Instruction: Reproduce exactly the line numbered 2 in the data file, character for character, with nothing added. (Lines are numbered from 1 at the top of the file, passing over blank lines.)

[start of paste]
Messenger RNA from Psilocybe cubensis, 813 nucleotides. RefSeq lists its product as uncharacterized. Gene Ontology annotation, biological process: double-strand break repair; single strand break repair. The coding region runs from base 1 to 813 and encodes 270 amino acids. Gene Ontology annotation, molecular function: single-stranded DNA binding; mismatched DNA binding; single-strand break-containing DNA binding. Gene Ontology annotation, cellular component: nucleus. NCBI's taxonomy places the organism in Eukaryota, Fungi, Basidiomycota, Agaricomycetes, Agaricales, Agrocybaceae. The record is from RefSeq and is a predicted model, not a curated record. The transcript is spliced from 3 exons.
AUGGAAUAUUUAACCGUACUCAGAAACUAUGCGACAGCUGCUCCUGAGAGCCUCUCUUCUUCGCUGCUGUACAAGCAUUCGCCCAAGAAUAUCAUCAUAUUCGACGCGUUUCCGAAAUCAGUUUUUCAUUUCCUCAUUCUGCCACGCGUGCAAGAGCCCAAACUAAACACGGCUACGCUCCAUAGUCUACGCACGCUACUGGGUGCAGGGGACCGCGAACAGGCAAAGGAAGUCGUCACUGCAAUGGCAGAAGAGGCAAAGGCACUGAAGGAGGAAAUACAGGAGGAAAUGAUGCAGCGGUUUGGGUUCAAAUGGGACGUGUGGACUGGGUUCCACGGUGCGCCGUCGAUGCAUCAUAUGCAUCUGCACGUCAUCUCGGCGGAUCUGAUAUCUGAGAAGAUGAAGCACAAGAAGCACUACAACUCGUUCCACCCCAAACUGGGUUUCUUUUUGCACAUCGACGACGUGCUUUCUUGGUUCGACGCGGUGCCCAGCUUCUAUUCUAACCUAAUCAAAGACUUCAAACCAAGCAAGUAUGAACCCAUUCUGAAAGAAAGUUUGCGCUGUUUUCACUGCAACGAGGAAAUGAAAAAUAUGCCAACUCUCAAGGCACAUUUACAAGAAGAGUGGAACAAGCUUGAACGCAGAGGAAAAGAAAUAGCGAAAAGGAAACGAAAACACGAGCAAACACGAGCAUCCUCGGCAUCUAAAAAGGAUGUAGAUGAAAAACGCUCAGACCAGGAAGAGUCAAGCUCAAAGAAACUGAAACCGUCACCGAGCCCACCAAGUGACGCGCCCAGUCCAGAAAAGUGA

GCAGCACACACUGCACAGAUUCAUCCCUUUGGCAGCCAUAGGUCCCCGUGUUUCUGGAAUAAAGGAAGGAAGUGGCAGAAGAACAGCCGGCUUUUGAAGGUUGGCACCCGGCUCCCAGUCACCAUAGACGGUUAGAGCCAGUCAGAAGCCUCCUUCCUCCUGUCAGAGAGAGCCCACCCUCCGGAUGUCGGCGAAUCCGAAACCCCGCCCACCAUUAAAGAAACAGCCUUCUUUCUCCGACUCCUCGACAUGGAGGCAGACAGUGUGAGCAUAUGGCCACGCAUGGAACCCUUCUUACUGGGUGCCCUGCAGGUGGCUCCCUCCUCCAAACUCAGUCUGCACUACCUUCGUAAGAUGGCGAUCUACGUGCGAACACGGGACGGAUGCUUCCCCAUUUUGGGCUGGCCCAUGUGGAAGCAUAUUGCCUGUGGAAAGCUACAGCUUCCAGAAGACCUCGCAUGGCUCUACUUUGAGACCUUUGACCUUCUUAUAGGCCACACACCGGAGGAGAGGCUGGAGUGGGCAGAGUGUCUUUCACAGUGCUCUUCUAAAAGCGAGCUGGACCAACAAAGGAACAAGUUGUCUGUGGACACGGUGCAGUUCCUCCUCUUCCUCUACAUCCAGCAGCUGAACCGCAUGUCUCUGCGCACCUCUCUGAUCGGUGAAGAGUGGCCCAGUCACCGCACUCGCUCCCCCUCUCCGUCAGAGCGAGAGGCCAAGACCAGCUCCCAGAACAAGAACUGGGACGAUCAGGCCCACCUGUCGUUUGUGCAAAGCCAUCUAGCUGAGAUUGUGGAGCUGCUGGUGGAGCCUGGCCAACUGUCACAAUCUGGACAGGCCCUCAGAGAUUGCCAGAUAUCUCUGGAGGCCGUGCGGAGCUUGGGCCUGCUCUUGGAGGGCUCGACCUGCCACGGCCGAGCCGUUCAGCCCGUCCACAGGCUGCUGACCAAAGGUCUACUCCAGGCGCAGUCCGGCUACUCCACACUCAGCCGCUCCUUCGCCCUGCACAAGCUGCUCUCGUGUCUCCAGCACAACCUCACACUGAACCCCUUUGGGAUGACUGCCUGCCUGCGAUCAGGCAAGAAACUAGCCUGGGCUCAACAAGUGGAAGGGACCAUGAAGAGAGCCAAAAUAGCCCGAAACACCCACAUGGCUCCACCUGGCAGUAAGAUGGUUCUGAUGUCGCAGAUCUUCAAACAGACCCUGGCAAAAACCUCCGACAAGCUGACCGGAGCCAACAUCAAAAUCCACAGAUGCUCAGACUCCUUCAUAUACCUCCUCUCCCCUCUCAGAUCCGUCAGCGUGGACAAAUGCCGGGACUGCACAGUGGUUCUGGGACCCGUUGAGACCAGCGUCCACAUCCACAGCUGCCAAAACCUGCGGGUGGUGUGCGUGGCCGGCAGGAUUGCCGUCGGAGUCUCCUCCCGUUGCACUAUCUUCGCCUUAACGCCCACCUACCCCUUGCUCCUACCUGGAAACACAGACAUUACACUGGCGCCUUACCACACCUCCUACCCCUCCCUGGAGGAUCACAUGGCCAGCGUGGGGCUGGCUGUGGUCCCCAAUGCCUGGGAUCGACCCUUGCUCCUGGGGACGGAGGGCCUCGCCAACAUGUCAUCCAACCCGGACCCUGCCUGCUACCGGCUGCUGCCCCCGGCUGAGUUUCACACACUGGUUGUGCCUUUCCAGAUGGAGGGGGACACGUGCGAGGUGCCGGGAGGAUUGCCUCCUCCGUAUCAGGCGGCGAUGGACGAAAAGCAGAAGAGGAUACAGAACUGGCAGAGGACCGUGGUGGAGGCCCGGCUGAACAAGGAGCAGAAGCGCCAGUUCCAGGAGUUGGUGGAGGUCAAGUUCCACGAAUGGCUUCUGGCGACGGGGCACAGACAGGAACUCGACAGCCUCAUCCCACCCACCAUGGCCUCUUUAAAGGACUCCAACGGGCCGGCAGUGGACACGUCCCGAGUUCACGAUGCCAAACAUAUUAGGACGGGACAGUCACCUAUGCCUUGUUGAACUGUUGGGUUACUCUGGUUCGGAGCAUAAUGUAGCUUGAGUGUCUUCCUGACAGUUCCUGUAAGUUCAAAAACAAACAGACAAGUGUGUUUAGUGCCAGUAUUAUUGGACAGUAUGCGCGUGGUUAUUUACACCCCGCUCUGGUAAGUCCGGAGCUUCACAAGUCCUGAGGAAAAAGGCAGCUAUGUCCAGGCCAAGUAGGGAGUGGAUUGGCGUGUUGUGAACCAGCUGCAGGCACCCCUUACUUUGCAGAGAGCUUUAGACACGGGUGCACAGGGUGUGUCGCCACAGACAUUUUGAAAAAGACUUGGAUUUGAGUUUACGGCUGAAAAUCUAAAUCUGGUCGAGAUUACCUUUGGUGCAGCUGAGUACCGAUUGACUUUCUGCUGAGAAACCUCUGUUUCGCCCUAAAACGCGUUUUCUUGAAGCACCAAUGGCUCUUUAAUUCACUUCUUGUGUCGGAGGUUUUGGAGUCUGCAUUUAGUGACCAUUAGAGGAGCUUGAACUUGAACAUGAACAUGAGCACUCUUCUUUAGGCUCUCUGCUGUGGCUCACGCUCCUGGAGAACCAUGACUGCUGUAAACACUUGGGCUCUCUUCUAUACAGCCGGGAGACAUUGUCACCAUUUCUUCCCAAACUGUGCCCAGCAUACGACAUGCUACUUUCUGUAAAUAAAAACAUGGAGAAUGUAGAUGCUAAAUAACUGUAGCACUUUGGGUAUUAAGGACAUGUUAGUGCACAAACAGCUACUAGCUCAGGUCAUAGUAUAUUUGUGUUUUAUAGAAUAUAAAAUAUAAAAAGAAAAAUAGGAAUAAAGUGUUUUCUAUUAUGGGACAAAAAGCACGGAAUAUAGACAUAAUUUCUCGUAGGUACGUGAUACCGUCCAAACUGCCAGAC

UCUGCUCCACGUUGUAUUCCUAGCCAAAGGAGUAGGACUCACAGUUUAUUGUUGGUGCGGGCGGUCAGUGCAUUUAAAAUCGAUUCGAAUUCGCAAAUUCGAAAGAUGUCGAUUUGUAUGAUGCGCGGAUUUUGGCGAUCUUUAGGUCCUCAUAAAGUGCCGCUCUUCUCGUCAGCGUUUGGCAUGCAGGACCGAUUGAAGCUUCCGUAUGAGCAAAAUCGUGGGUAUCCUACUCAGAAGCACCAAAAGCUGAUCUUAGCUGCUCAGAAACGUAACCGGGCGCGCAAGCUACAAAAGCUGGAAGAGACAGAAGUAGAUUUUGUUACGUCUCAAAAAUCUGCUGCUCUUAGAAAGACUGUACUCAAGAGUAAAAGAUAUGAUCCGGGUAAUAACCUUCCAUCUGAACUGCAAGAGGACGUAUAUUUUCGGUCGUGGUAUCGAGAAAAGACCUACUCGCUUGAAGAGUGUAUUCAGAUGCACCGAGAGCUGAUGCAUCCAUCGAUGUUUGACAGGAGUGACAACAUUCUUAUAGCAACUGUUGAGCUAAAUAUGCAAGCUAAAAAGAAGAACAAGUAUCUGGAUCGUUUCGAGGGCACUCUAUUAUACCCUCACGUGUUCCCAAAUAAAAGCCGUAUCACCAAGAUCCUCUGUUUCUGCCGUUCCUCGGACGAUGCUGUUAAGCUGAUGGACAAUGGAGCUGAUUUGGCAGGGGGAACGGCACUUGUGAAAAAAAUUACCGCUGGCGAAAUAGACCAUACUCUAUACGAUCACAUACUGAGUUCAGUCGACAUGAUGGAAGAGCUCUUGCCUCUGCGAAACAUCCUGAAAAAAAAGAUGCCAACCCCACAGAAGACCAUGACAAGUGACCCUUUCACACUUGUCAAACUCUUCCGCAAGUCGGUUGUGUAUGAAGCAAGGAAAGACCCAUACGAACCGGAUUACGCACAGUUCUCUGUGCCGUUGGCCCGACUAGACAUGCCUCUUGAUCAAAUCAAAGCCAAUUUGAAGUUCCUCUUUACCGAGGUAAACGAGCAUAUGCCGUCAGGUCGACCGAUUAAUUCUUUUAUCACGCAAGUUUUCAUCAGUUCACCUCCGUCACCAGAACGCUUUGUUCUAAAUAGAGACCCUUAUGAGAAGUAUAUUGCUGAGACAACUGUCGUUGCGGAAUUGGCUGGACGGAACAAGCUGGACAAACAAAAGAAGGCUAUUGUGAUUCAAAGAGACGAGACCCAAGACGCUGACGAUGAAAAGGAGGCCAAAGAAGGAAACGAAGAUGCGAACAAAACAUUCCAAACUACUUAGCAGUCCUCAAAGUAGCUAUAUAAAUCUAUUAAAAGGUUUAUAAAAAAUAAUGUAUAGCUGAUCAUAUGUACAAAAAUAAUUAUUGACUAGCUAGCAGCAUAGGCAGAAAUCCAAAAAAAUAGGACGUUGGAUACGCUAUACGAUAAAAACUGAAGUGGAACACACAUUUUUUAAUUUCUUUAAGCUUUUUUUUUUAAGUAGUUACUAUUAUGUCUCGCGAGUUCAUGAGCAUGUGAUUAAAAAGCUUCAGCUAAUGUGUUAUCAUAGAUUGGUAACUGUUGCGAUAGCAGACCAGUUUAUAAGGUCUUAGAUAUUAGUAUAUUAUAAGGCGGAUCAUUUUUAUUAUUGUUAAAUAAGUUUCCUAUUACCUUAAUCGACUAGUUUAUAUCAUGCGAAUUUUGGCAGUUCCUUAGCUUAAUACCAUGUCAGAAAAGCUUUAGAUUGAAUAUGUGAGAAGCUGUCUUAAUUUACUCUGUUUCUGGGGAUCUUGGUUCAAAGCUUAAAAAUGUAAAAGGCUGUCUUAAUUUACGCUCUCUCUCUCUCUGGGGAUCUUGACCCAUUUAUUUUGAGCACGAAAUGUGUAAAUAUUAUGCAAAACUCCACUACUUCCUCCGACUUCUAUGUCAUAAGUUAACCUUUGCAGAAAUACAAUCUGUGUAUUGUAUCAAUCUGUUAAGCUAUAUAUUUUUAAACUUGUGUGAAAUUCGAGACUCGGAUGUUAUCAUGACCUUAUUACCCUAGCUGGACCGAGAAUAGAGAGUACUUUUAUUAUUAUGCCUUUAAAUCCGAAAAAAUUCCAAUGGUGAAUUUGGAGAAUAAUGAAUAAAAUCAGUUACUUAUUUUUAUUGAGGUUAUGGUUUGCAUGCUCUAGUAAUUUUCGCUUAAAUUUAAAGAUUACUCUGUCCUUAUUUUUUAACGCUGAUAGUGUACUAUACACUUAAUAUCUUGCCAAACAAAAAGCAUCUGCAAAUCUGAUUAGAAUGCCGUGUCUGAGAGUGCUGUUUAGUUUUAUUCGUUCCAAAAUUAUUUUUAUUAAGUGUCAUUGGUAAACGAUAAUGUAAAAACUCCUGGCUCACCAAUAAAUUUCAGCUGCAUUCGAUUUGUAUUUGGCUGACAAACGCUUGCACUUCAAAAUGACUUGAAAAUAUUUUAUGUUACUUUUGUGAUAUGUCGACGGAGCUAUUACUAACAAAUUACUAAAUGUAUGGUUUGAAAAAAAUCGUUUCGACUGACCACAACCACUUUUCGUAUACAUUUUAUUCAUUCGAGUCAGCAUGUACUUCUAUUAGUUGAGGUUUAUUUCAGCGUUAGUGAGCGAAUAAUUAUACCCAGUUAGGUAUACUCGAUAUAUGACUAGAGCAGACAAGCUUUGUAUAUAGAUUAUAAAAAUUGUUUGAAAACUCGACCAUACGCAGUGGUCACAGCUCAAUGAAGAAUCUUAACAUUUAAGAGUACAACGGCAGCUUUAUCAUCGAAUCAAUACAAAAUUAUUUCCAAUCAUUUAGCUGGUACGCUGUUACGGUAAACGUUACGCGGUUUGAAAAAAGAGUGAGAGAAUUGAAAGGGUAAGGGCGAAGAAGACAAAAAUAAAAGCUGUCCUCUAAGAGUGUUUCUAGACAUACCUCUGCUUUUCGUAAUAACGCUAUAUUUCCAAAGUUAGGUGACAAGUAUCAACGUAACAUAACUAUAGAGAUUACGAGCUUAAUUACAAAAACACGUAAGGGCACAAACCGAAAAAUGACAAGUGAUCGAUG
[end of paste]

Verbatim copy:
AUGGAAUAUUUAACCGUACUCAGAAACUAUGCGACAGCUGCUCCUGAGAGCCUCUCUUCUUCGCUGCUGUACAAGCAUUCGCCCAAGAAUAUCAUCAUAUUCGACGCGUUUCCGAAAUCAGUUUUUCAUUUCCUCAUUCUGCCACGCGUGCAAGAGCCCAAACUAAACACGGCUACGCUCCAUAGUCUACGCACGCUACUGGGUGCAGGGGACCGCGAACAGGCAAAGGAAGUCGUCACUGCAAUGGCAGAAGAGGCAAAGGCACUGAAGGAGGAAAUACAGGAGGAAAUGAUGCAGCGGUUUGGGUUCAAAUGGGACGUGUGGACUGGGUUCCACGGUGCGCCGUCGAUGCAUCAUAUGCAUCUGCACGUCAUCUCGGCGGAUCUGAUAUCUGAGAAGAUGAAGCACAAGAAGCACUACAACUCGUUCCACCCCAAACUGGGUUUCUUUUUGCACAUCGACGACGUGCUUUCUUGGUUCGACGCGGUGCCCAGCUUCUAUUCUAACCUAAUCAAAGACUUCAAACCAAGCAAGUAUGAACCCAUUCUGAAAGAAAGUUUGCGCUGUUUUCACUGCAACGAGGAAAUGAAAAAUAUGCCAACUCUCAAGGCACAUUUACAAGAAGAGUGGAACAAGCUUGAACGCAGAGGAAAAGAAAUAGCGAAAAGGAAACGAAAACACGAGCAAACACGAGCAUCCUCGGCAUCUAAAAAGGAUGUAGAUGAAAAACGCUCAGACCAGGAAGAGUCAAGCUCAAAGAAACUGAAACCGUCACCGAGCCCACCAAGUGACGCGCCCAGUCCAGAAAAGUGA